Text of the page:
"May be the most fascinating untold sports story in American history."--Charles Osgood, anchor, CBS News Sunday Morning
"Winkfield's story is so incredible you'll find yourself wondering why you've never heard it before."--MSNBC
"Winkfield's life (is) an unbelievable ride."--ESPN
"For once, a book's breathless subtitle is accurate."--The Washington Post
"This is the stuff of great nonfiction."--Douglas Brinkley, author of Tour of Duty: John Kerry and the Vietnam War
In 1904, at age twenty-three, two-time Kentucky Derby-winner Jimmy Winkfield was forced from American horseracing by a virulent combination of racism and hard times. Wink left his beloved Kentucky, bought a steamer ticket for Europe, and made the world his racetrack.
There he embarked on a decades-long odyssey, rising to superstardom and winning and losing two fortunes. Driven at gunpoint from Russia by the Bolshevik Army and from France by Nazi occupiers, the 105-pound jockey proved himself the most resilient, courageous athlete of the twentieth century. In 2005, Winkfield was inducted into America's horse racing Hall of Fame.
Winkfield achieved a human greatness that transcends the limits of sport. In Wink, Ed Hotaling tells this wonderful story--this American story--in all its rich and vibrant power.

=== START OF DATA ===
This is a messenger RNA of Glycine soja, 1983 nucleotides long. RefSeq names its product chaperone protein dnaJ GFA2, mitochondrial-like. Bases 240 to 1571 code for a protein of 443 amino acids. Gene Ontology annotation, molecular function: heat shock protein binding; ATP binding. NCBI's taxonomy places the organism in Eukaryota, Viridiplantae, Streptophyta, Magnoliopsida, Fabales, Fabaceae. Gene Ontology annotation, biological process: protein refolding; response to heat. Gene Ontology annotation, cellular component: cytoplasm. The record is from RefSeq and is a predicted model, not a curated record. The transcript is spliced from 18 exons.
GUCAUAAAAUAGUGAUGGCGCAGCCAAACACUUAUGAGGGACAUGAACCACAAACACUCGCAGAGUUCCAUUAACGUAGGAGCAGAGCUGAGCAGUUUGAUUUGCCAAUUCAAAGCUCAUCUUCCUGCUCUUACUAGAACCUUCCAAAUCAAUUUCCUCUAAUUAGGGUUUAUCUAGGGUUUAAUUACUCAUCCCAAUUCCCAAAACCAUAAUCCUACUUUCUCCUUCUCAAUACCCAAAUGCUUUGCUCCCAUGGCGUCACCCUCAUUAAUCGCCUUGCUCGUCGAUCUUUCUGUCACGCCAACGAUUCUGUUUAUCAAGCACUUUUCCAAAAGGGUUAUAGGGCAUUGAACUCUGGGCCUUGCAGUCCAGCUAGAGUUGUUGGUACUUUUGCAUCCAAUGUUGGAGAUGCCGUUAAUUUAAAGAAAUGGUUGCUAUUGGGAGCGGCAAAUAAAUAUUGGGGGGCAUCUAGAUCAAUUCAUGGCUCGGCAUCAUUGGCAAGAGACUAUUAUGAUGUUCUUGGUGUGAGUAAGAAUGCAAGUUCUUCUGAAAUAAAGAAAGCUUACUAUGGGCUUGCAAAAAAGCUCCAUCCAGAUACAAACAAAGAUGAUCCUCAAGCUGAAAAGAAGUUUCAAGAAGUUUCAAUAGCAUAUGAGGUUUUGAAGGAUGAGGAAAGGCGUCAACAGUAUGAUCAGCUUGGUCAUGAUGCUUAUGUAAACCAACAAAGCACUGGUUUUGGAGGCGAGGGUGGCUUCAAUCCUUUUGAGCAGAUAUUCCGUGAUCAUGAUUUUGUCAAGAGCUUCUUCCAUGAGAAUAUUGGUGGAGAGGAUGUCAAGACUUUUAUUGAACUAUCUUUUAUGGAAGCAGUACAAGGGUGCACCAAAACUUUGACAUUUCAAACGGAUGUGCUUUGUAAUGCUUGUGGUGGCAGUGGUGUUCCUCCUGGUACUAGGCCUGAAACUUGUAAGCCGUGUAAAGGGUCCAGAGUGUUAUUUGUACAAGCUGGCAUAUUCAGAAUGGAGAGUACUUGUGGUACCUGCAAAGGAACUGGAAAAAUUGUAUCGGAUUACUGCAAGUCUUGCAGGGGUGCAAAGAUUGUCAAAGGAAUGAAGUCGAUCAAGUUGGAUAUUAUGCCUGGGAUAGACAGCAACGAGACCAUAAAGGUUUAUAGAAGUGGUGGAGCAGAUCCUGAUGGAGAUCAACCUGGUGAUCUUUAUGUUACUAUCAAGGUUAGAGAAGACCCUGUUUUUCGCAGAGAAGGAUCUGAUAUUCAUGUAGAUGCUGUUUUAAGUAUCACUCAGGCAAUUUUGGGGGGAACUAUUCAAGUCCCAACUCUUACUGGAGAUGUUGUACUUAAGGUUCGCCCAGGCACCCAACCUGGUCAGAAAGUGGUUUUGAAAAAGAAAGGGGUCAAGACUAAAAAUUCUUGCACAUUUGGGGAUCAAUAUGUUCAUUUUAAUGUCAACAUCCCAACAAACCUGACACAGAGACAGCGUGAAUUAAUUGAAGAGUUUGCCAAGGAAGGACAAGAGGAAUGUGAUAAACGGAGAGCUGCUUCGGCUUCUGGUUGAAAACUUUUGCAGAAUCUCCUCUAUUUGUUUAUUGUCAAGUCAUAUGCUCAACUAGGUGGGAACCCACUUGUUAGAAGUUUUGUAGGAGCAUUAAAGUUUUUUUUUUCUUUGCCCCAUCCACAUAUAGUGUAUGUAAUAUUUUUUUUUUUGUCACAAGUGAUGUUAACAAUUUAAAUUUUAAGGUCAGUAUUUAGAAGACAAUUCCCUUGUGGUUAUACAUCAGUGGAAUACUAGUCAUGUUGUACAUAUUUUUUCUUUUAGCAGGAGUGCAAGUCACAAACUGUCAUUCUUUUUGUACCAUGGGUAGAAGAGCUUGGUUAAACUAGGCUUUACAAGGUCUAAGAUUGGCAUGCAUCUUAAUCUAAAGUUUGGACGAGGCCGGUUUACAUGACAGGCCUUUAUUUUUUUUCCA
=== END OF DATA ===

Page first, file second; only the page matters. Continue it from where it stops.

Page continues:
In mid- and late-19th-century America, horse racing led American sports, and within that world, black jockeys dominated. From the bluegrass of Kentucky to the fabled domes of Saratoga, one black jockey, Jimmy "Wink" Winkfield, overshadowed all the others by the turn of the century. With the rapid-fire patter of a track announcer, Hotaling, who penned the definitive history of black jockeys (The Great Black Jockeys), traces Wink's meteoric rise and tragic fall with eloquence and vivacity. As a child, Wink (1880 1974) was enthralled by stories of the great black riders, and by the time he was 17, he was toiling as a stable boy, eventually working his way up to jockey. A quick study, Wink became one of horse racing's most successful jockeys, winning two consecutive Kentucky Derbies, two consecutive Russian Derbies and numerous Warsaw Derbies. As the role of black jockeys began to wane in America and they began receiving threats from the KKK, Wink made a new career for himself in Russia and in Europe, racing in events there, winning big and even marrying a Russian heiress. Alas, after WWII, when he returned to the U.S., he encountered racism and the pain that comes with being a has-been. Hotaling's lovingly crafted reminiscence of a great athlete brings a vanished American subculture to light.